Somewhat recently, I stumbled upon this Italian Sappho anthology, where, among other combinations, the following is found:
First off, they are not listing all the fragments joined into this combination. Besides LP 86, LP 60, and LP 65, there are also LP 66(c) and LP 67(a) in here. I tried to trace all I saw here, and mostly succeeded, except for ll. 12-13, which seem to have come from nowhere. I color-coded LP 60 black, LP 67(a) blue, LP 65 red, LP 66(c) green, the unidentified end-of-lines pink, and LP 86 purple, and, with minimal adjustments to the text (including reinstating a completely ignored line of 67(a) which gives the very beginning of l. 21 and fixing the inmetrical ἀμφιβιβάσκει in l. 27 to ἀμφιβάσκει, hopefully without altering the meaning too much - and the translation "circonda", "surrounds", makes me optimist since I know ἀμφιβάσκει means "surrounds" from an Edmonds restoration reading μυρίαν ἄμμω]ν ῤύτιν ἀμφιβάσκει), I got the following:
Note that the supplements are usually left black, unless they are somehow "called for" by a papyrus fragment, in which case they take the color of that fragment. Note also that this is a preview of a blog post due next Saturday, hence the green background. Finally, note that I introduced the notation of underlined letters for those letters that, in a raw transcription, would be simple "."s, but are guessed based on surrounding words/letters or on accent marks above them.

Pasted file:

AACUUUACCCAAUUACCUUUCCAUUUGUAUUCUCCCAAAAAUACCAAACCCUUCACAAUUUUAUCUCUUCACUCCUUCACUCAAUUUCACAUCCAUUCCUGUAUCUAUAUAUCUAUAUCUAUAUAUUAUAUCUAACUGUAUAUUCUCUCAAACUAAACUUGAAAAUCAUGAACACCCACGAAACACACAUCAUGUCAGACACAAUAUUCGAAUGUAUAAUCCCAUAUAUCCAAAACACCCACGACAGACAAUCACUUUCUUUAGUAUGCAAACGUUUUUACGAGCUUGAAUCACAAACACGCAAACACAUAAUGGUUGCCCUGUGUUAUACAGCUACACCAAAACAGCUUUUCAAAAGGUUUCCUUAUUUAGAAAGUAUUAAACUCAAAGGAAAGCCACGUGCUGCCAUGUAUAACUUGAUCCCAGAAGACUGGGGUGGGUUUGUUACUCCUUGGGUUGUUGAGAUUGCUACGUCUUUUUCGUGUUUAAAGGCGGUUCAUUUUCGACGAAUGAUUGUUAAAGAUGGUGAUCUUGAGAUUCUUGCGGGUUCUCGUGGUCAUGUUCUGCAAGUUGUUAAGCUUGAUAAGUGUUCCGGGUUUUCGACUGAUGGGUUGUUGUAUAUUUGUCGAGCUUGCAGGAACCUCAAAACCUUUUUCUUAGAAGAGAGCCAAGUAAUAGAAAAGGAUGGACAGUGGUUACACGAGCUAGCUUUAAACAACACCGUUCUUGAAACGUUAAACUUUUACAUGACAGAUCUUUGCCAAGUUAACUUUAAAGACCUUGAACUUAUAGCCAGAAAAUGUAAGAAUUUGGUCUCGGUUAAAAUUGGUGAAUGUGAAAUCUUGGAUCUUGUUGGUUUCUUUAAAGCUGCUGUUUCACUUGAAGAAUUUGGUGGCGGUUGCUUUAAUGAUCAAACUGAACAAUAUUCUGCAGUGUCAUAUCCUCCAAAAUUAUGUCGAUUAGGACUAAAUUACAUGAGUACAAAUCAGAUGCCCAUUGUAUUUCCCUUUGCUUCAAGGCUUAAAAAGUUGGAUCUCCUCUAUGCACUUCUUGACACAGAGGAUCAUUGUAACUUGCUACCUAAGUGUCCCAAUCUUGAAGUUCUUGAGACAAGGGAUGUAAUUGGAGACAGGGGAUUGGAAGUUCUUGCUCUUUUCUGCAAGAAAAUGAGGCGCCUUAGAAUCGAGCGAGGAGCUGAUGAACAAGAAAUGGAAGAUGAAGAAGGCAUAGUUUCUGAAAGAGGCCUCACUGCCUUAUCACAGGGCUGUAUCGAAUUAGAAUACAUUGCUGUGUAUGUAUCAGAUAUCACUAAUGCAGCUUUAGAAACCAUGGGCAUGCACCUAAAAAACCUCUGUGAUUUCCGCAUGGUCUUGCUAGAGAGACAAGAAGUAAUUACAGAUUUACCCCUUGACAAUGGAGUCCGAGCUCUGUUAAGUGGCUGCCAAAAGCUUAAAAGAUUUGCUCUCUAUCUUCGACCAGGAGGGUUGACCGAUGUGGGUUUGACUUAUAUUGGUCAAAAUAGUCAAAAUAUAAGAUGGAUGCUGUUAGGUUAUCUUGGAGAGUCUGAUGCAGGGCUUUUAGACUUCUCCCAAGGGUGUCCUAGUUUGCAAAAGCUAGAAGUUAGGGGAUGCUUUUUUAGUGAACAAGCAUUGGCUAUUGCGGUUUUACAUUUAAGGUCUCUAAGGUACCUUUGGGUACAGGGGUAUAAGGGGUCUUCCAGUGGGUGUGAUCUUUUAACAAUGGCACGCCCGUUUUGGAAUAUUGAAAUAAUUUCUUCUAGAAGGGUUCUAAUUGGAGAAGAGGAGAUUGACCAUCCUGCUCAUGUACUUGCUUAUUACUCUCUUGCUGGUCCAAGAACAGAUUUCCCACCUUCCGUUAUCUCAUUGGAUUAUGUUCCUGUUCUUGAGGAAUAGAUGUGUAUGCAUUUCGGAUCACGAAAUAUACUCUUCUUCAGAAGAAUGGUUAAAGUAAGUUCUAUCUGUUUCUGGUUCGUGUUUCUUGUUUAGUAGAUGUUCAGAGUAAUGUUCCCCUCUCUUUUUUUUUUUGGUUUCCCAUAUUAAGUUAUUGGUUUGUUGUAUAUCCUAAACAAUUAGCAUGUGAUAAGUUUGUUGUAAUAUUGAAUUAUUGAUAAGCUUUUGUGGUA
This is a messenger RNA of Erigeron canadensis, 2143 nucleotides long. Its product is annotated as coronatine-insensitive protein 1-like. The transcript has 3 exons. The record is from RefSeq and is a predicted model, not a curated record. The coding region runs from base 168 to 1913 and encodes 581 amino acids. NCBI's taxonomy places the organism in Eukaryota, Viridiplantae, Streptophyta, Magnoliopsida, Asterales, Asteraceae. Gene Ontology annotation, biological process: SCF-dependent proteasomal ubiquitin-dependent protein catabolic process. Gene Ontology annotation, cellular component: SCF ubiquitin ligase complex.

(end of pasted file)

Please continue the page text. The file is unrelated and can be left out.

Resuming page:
I have a couple guesses as to the origin of those pink letters:
- They come from lines in P.Halle 3 (source of the black part of my collage) which for some reason weren't included in the Lobel-Page text. Which would clearly beg the question: why did LP not include those lines? And why did this anthology do it? Then again, P.Halle 3 was republished as P.Oxy. 1787 fr. 44, and the volume of "The Oxyrhynchus Papyri" containing P.Oxy. 1787 (vol. XV) doesn't have those lines, so I guess we can exclude this.
- They come from another LP fragment, in which case they'd somehow have to come from LP 87(15), the only one from P.Oxy. 1787 vaguely matching those things. Which would beg the question: where is l. 1 of that fragment, and where are the vestige in «.ν» and the uncertain alpha in the following line come from, since LP didn't have them in the text of 87(15)?
- They come from another P.Oxy. 1787 fragment which was relocated among another author's works, e.g. one of the hundred-odd that Lobel decided were Pindar (cfr. this older question of mine). Which begs the questions: (a) Was it just two lines? (b) If so, why was it relocated? (c) If not, where is the rest of it in this joining? Looking at The Oxyrhynchus Papyri vol. XV, I realized 87(15) was not P.Oxy. 1787, but P.Oxy 2166(d), so those may have to be searched too. The Oxyrhynchus volume doesn't give any fragments that could be the source of those pink lines, and LP has all 2166(d) fragments from 1 to 13, so either it's 2166(d) fr. 5 (aka LP 87(15)), or it's a 2166(d) fragment with number not between 1 and 13, or I'm missing something.
- They come from a very recent fragment I have never heard about, found after Lobel-Page. Which obviously makes me curious to know more about it.
Can you help me trace those to their source?
Una Mitra per Cleis, where Ferrari published the fusion's text (or almost - cfr. this other question and my answer there), has those line endings just pop up out of nowhere, as if they were from one of the fragments joined into this. So the mystery thickens.